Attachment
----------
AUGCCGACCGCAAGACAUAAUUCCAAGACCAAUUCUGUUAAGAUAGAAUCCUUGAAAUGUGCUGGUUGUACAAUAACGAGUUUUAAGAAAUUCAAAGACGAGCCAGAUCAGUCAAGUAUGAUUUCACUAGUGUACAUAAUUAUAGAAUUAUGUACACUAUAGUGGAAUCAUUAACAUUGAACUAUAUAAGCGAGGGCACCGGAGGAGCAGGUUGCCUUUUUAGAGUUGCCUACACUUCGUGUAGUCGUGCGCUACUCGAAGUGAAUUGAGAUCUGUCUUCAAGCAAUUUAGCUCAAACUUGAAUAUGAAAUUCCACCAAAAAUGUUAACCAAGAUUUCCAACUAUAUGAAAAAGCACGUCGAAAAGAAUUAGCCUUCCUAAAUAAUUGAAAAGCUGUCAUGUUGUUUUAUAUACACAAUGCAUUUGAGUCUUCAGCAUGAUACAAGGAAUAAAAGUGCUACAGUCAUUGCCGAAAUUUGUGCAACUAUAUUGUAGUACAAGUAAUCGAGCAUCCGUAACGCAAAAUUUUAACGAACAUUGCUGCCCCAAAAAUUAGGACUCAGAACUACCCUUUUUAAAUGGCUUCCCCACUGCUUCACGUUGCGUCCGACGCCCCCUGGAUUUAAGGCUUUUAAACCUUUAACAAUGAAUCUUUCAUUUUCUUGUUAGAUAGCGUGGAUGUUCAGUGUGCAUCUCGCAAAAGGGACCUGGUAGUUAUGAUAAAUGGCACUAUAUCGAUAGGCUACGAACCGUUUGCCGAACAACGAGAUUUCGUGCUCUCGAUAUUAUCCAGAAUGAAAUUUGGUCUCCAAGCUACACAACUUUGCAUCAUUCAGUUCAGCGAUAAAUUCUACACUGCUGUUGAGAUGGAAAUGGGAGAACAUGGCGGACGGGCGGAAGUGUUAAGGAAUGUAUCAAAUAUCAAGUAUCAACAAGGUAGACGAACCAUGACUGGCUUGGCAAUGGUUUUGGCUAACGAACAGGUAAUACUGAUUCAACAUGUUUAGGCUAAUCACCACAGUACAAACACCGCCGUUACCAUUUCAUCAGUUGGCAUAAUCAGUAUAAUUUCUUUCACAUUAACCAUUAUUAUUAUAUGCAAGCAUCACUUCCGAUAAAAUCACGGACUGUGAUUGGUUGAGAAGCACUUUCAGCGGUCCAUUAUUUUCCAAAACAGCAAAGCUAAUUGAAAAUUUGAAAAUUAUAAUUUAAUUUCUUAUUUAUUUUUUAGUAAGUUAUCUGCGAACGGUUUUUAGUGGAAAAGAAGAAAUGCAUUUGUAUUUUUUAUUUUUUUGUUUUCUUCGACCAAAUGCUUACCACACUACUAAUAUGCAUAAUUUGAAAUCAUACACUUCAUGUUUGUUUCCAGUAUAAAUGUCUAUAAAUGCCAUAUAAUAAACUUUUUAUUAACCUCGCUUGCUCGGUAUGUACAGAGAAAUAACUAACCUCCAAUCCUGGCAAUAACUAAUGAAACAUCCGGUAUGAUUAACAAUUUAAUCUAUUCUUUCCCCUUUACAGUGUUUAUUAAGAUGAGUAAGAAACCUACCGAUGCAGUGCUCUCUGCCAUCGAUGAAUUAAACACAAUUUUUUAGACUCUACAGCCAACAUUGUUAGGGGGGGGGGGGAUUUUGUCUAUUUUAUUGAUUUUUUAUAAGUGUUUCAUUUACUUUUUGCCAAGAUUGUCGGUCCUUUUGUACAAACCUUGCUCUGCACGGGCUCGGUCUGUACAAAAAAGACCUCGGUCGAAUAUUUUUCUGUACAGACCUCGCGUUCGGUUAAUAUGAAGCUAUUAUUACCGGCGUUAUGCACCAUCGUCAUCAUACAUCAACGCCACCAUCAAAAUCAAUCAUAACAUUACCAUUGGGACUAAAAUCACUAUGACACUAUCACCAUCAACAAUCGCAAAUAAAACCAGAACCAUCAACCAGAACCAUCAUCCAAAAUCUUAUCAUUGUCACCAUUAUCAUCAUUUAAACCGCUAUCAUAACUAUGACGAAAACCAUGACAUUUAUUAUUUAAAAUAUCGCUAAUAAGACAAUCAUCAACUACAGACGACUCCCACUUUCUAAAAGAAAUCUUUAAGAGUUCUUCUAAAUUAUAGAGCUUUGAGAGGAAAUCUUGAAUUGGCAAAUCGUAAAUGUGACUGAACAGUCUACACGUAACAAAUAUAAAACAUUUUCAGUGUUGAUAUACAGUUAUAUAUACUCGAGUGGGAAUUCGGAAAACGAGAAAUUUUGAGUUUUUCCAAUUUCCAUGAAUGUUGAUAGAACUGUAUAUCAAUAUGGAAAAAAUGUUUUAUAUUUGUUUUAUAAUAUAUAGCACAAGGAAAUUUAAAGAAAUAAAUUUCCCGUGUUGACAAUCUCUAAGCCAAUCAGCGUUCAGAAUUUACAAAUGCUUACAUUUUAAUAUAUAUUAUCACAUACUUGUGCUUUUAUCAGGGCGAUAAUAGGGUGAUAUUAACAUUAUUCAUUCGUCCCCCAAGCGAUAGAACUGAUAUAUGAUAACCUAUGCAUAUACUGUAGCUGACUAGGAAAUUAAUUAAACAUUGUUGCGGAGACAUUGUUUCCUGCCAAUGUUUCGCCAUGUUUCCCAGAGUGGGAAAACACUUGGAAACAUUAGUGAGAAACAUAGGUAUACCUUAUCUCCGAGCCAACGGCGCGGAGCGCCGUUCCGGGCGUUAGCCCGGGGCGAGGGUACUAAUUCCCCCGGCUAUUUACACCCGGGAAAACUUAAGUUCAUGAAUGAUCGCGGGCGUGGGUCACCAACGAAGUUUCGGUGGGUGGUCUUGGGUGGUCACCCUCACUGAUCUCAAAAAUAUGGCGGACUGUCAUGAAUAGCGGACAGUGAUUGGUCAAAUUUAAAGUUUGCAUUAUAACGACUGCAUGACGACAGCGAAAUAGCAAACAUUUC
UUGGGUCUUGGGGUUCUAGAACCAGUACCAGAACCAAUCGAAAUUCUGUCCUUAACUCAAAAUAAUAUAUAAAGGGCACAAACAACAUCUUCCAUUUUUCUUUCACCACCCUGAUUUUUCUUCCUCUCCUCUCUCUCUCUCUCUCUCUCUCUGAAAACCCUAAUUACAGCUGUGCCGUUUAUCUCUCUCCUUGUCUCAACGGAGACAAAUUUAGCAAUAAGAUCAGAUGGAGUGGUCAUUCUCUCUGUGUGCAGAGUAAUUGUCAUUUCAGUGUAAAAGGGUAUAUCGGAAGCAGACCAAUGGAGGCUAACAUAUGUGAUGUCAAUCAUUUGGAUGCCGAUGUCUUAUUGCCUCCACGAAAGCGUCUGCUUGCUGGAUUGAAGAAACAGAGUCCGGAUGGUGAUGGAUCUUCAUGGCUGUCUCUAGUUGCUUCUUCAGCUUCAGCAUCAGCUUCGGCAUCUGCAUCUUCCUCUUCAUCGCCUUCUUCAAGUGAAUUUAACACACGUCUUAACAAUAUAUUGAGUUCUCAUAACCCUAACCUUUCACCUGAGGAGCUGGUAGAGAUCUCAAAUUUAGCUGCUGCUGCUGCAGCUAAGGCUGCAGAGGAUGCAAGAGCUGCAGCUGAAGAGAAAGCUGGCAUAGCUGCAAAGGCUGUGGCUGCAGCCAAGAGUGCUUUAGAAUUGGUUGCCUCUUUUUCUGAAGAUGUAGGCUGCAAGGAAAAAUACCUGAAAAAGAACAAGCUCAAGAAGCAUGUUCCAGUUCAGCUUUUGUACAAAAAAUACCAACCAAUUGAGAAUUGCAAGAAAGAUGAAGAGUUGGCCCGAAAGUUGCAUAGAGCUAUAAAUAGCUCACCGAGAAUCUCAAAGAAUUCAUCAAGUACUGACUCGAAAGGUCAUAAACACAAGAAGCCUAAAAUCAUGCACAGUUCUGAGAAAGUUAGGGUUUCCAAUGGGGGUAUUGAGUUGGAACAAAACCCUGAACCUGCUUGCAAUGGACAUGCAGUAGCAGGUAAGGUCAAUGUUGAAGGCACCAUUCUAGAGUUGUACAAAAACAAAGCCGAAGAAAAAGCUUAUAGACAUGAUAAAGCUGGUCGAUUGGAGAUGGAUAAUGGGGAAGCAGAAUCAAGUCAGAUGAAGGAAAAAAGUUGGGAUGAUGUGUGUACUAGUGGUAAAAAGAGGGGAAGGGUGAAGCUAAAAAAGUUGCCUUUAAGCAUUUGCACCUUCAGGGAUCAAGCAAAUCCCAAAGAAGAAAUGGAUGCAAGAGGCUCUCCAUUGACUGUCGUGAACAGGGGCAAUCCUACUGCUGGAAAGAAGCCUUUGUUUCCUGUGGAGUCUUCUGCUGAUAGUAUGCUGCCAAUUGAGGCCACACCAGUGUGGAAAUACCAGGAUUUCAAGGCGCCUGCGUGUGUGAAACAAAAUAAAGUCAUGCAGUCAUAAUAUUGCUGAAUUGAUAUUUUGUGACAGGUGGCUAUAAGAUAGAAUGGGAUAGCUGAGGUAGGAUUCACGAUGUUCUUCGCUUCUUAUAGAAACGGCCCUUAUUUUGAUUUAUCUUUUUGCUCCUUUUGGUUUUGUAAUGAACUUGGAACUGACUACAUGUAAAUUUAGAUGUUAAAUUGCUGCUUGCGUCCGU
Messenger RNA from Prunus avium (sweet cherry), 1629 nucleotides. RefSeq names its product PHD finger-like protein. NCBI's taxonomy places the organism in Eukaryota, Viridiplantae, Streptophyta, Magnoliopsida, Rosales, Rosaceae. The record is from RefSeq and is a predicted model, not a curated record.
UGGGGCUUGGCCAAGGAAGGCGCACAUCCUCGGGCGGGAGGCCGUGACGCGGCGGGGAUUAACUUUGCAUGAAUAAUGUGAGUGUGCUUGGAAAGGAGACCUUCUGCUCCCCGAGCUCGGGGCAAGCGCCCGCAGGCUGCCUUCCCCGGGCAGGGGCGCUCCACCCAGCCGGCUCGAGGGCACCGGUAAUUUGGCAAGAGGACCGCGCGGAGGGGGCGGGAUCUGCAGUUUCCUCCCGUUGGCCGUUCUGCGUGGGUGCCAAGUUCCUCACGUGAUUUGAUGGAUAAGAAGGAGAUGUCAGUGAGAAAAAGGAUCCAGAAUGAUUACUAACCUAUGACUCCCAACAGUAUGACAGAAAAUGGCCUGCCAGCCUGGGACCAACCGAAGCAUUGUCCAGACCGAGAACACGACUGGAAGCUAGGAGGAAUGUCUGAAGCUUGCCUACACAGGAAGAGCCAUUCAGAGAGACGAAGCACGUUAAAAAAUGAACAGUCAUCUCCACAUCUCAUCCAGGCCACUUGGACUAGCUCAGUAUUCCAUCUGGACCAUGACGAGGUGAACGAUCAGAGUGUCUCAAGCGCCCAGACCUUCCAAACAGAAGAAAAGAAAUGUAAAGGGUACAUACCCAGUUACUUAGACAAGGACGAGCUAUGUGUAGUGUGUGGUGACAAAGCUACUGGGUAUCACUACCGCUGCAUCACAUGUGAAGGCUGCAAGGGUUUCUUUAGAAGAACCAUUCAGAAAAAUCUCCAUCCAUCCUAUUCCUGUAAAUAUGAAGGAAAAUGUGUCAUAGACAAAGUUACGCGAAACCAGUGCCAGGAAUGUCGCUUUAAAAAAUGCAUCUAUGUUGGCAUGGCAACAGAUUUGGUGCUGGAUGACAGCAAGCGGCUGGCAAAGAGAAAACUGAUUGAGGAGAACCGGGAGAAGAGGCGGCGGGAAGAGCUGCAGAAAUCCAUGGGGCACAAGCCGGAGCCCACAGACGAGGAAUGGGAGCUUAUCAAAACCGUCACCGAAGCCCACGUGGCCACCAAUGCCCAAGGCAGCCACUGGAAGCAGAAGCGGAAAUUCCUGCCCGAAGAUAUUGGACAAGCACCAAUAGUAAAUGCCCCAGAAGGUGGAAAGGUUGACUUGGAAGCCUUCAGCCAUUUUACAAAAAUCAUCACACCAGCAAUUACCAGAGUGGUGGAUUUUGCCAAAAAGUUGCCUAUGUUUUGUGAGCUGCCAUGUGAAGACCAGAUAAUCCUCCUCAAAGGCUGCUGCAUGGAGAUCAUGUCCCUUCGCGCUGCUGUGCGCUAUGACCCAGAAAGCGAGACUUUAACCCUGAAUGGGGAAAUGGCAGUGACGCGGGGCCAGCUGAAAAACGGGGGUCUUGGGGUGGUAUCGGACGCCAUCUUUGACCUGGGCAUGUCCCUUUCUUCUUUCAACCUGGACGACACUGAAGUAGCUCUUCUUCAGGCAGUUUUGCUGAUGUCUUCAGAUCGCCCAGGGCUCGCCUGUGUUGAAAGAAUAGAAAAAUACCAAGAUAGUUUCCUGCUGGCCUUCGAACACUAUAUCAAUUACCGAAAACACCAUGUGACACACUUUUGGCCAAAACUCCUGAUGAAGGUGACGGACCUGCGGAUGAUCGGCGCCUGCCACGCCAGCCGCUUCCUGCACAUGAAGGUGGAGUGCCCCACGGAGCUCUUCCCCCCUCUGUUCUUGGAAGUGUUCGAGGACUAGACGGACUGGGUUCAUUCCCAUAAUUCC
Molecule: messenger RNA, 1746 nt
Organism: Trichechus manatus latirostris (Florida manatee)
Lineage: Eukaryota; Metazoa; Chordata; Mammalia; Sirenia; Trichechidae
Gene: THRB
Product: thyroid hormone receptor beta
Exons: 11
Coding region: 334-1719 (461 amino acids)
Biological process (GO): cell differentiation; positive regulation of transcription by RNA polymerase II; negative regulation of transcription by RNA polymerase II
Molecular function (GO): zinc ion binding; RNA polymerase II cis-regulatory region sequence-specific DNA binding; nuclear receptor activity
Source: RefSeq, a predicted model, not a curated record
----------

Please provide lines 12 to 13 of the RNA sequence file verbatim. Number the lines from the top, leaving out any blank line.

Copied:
Biological process (GO): cell differentiation; positive regulation of transcription by RNA polymerase II; negative regulation of transcription by RNA polymerase II
Molecular function (GO): zinc ion binding; RNA polymerase II cis-regulatory region sequence-specific DNA binding; nuclear receptor activity